Panel to Highlight Alliances Between Native and Non-Native Activists
After Standing Rock: Exploring the Ongoing Potential of Native Nation and Urban Minority Alliance
Crisis creates both challenges and new opportunities for alliances. Via the battle to stop the Dakota Access Pipeline, new relationships were formed, and existing ones were transformed to deal with one of the most galvanizing environmental justice issues of the decade.
We will look at the experiences and relationships between Native Nations and Asian American and Latino allies from outside of their territories, frequently hundreds of miles away.
We want to explore what made the Standing Rock Lakota community open to this type of alliance-building, as well as what pulled these urban minority activists of the San Francisco Chinese Progressive Association and the East Boston Community Ecumenical Council (a Latino immigrant organization) to North Dakota.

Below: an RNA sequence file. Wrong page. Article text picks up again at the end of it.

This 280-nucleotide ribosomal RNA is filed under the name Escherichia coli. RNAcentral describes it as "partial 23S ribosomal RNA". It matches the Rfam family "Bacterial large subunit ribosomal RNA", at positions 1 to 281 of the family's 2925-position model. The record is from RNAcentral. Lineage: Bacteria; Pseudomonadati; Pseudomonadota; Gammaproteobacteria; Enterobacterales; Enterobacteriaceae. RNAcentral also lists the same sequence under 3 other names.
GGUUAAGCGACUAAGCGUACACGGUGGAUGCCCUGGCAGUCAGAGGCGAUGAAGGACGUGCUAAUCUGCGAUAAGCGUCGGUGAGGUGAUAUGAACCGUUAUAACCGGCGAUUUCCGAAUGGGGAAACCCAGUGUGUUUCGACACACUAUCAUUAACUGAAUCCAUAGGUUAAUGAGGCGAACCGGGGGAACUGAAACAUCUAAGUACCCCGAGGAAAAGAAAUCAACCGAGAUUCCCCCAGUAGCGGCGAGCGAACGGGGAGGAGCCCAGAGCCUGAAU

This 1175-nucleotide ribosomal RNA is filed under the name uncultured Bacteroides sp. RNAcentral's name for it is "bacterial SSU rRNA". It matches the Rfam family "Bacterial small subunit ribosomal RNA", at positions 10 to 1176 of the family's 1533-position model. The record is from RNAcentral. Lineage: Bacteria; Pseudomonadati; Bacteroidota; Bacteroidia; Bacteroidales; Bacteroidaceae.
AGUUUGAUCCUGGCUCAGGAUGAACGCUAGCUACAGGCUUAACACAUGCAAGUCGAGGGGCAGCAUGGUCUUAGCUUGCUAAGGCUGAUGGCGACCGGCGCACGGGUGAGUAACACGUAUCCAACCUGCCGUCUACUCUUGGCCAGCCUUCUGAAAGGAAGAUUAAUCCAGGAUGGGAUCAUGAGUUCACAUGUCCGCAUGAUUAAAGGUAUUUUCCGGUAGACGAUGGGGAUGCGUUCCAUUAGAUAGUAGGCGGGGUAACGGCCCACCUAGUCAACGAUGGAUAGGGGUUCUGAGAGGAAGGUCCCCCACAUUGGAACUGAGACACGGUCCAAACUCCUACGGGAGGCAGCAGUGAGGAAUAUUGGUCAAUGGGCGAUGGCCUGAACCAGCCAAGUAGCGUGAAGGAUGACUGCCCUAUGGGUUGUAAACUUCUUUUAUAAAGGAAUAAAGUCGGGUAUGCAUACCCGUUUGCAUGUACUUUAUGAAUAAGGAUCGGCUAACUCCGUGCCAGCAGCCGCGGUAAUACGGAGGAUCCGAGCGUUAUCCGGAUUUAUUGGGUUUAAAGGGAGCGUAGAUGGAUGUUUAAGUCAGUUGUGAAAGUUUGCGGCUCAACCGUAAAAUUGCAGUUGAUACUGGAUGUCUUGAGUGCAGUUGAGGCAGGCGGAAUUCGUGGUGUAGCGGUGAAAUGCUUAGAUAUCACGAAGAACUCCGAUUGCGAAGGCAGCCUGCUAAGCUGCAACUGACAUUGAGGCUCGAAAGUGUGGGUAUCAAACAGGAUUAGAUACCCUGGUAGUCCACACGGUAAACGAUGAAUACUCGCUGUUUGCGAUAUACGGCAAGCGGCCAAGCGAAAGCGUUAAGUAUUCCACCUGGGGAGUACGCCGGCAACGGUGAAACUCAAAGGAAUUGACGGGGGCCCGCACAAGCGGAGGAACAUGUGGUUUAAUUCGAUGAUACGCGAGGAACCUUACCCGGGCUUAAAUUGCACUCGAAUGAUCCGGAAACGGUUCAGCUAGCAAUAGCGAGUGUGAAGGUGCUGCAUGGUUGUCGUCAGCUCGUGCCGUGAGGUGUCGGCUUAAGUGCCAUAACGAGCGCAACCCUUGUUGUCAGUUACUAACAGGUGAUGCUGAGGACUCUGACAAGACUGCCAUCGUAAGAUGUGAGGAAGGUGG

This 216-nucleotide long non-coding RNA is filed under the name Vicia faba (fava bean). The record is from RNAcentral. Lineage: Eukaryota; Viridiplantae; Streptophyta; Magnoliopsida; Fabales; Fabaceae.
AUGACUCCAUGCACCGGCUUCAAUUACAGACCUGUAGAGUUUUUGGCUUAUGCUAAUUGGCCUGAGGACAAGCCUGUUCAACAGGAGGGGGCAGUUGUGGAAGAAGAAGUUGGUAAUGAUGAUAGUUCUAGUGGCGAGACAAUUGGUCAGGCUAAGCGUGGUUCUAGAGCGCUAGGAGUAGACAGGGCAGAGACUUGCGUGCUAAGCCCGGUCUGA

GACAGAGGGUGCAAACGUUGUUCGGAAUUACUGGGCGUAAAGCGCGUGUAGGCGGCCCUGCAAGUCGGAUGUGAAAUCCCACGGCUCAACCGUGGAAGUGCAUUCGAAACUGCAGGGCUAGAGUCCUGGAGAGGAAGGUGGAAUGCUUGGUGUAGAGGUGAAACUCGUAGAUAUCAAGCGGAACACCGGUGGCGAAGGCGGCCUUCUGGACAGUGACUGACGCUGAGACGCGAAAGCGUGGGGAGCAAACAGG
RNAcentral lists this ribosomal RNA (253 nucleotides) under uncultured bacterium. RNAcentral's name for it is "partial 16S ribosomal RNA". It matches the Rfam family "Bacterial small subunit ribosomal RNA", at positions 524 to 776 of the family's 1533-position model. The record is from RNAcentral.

- Hartman Deetz (Mashpee Wampanoag community activist/cultural educator)
- Maria John (UMass Boston history faculty member and contributor to the #StandingRockSyllabus by the NYC Stands with Standing Rock Collective)
- Pam Tau Lee (San Francisco Chinese Progressive Association, Grassroots Global Justice)
- Renata Teodoro (student advocacy coordinator, UMass Boston Multicultural Affairs, Latinx community member, and East Boston Ecumenical Community Council member)
- Jennifer Weston (Hunkpapa Lakota citizen of Standing Rock Sioux Tribe, director of Mashpee Wampanoag Tribal Language Department)
The event is free and open to the public. It is sponsored by UMass Boston’s Institute for New England Native American Studies, Institute for Asian American Studies, Native American and Indigenous Studies, and Student Alliance for Indigenous Peoples in the Americas.
For disability-related accommodations, including dietary accommodations, please visit www.ada.umb.edu two weeks prior to the event.